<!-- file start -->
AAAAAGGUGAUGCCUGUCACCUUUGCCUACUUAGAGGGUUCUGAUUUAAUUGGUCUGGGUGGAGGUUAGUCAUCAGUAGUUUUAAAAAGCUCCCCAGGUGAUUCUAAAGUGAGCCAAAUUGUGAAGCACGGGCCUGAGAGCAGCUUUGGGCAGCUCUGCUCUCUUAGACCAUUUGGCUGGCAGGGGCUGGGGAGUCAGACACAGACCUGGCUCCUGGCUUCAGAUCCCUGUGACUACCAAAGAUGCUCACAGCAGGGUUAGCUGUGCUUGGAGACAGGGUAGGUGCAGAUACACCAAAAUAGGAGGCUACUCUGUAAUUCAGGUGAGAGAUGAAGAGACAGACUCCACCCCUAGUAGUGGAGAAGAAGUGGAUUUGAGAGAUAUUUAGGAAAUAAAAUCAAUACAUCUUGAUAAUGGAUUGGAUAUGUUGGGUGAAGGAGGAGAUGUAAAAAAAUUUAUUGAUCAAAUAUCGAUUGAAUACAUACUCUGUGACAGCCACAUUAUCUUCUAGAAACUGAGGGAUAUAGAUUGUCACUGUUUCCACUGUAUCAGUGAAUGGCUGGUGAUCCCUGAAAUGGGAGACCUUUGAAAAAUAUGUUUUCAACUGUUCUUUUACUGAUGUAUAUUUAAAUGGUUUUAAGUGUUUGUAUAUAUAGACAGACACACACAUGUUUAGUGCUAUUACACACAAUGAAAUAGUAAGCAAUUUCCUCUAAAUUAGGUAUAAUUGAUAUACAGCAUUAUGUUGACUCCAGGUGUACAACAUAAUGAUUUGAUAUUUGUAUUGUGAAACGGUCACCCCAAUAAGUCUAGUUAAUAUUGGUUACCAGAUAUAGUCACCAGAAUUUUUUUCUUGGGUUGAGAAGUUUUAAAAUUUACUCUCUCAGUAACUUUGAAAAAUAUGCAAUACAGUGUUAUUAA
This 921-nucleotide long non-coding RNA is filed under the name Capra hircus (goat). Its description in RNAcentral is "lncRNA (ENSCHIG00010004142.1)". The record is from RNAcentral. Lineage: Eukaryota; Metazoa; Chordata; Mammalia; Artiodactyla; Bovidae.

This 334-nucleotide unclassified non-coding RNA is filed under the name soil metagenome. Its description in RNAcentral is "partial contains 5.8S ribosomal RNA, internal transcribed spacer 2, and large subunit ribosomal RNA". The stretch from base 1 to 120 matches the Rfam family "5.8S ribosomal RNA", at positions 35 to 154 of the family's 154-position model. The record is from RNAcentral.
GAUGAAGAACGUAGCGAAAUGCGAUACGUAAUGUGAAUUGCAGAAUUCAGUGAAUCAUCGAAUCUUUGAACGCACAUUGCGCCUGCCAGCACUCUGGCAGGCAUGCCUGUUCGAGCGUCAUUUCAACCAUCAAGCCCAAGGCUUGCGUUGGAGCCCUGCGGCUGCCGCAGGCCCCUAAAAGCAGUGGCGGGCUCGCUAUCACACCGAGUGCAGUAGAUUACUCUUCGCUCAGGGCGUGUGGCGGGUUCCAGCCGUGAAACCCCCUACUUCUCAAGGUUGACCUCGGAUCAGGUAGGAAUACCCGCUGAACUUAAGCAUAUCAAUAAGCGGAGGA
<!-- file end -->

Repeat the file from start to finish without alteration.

AAAAAGGUGAUGCCUGUCACCUUUGCCUACUUAGAGGGUUCUGAUUUAAUUGGUCUGGGUGGAGGUUAGUCAUCAGUAGUUUUAAAAAGCUCCCCAGGUGAUUCUAAAGUGAGCCAAAUUGUGAAGCACGGGCCUGAGAGCAGCUUUGGGCAGCUCUGCUCUCUUAGACCAUUUGGCUGGCAGGGGCUGGGGAGUCAGACACAGACCUGGCUCCUGGCUUCAGAUCCCUGUGACUACCAAAGAUGCUCACAGCAGGGUUAGCUGUGCUUGGAGACAGGGUAGGUGCAGAUACACCAAAAUAGGAGGCUACUCUGUAAUUCAGGUGAGAGAUGAAGAGACAGACUCCACCCCUAGUAGUGGAGAAGAAGUGGAUUUGAGAGAUAUUUAGGAAAUAAAAUCAAUACAUCUUGAUAAUGGAUUGGAUAUGUUGGGUGAAGGAGGAGAUGUAAAAAAAUUUAUUGAUCAAAUAUCGAUUGAAUACAUACUCUGUGACAGCCACAUUAUCUUCUAGAAACUGAGGGAUAUAGAUUGUCACUGUUUCCACUGUAUCAGUGAAUGGCUGGUGAUCCCUGAAAUGGGAGACCUUUGAAAAAUAUGUUUUCAACUGUUCUUUUACUGAUGUAUAUUUAAAUGGUUUUAAGUGUUUGUAUAUAUAGACAGACACACACAUGUUUAGUGCUAUUACACACAAUGAAAUAGUAAGCAAUUUCCUCUAAAUUAGGUAUAAUUGAUAUACAGCAUUAUGUUGACUCCAGGUGUACAACAUAAUGAUUUGAUAUUUGUAUUGUGAAACGGUCACCCCAAUAAGUCUAGUUAAUAUUGGUUACCAGAUAUAGUCACCAGAAUUUUUUUCUUGGGUUGAGAAGUUUUAAAAUUUACUCUCUCAGUAACUUUGAAAAAUAUGCAAUACAGUGUUAUUAA
This 921-nucleotide long non-coding RNA is filed under the name Capra hircus (goat). Its description in RNAcentral is "lncRNA (ENSCHIG00010004142.1)". The record is from RNAcentral. Lineage: Eukaryota; Metazoa; Chordata; Mammalia; Artiodactyla; Bovidae.

This 334-nucleotide unclassified non-coding RNA is filed under the name soil metagenome. Its description in RNAcentral is "partial contains 5.8S ribosomal RNA, internal transcribed spacer 2, and large subunit ribosomal RNA". The stretch from base 1 to 120 matches the Rfam family "5.8S ribosomal RNA", at positions 35 to 154 of the family's 154-position model. The record is from RNAcentral.
GAUGAAGAACGUAGCGAAAUGCGAUACGUAAUGUGAAUUGCAGAAUUCAGUGAAUCAUCGAAUCUUUGAACGCACAUUGCGCCUGCCAGCACUCUGGCAGGCAUGCCUGUUCGAGCGUCAUUUCAACCAUCAAGCCCAAGGCUUGCGUUGGAGCCCUGCGGCUGCCGCAGGCCCCUAAAAGCAGUGGCGGGCUCGCUAUCACACCGAGUGCAGUAGAUUACUCUUCGCUCAGGGCGUGUGGCGGGUUCCAGCCGUGAAACCCCCUACUUCUCAAGGUUGACCUCGGAUCAGGUAGGAAUACCCGCUGAACUUAAGCAUAUCAAUAAGCGGAGGA